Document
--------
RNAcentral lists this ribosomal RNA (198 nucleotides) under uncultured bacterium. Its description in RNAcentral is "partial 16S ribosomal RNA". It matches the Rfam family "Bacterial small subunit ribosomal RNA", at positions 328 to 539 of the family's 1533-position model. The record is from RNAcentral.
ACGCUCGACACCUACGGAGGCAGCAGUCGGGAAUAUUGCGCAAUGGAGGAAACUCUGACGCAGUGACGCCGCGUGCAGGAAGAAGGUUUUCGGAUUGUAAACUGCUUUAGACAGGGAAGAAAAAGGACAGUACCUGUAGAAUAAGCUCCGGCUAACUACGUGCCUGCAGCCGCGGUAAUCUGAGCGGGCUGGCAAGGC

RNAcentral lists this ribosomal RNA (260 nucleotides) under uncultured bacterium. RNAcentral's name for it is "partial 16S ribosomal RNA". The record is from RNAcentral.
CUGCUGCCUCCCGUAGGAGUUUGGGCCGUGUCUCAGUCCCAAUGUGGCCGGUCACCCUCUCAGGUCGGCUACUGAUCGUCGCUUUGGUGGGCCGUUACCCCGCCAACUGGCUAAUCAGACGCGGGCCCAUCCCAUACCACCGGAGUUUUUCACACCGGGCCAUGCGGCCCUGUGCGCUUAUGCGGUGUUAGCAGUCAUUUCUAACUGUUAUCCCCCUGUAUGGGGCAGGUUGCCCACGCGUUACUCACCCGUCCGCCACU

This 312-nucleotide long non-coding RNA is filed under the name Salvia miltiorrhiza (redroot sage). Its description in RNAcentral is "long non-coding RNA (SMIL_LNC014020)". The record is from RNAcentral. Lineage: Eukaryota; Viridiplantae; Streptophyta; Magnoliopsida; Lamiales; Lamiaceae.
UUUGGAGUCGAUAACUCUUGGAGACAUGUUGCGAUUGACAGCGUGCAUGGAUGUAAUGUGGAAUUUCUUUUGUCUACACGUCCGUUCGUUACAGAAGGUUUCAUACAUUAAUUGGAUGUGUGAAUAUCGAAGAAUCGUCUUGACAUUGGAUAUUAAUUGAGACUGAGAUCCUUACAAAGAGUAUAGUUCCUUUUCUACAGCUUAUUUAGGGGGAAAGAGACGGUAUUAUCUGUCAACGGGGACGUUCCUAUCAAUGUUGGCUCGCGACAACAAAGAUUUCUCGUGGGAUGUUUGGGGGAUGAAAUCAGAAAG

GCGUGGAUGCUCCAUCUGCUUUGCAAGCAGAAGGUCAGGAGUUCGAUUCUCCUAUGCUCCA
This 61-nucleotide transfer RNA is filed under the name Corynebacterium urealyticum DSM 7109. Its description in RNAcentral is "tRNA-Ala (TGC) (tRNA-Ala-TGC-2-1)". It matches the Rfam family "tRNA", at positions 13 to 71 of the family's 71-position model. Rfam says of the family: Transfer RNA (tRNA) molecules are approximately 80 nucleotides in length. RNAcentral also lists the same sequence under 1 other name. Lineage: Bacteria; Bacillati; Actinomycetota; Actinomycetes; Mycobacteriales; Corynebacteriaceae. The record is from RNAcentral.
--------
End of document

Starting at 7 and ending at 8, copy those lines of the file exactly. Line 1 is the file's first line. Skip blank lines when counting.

GCGUGGAUGCUCCAUCUGCUUUGCAAGCAGAAGGUCAGGAGUUCGAUUCUCCUAUGCUCCA
This 61-nucleotide transfer RNA is filed under the name Corynebacterium urealyticum DSM 7109. Its description in RNAcentral is "tRNA-Ala (TGC) (tRNA-Ala-TGC-2-1)". It matches the Rfam family "tRNA", at positions 13 to 71 of the family's 71-position model. Rfam says of the family: Transfer RNA (tRNA) molecules are approximately 80 nucleotides in length. RNAcentral also lists the same sequence under 1 other name. Lineage: Bacteria; Bacillati; Actinomycetota; Actinomycetes; Mycobacteriales; Corynebacteriaceae. The record is from RNAcentral.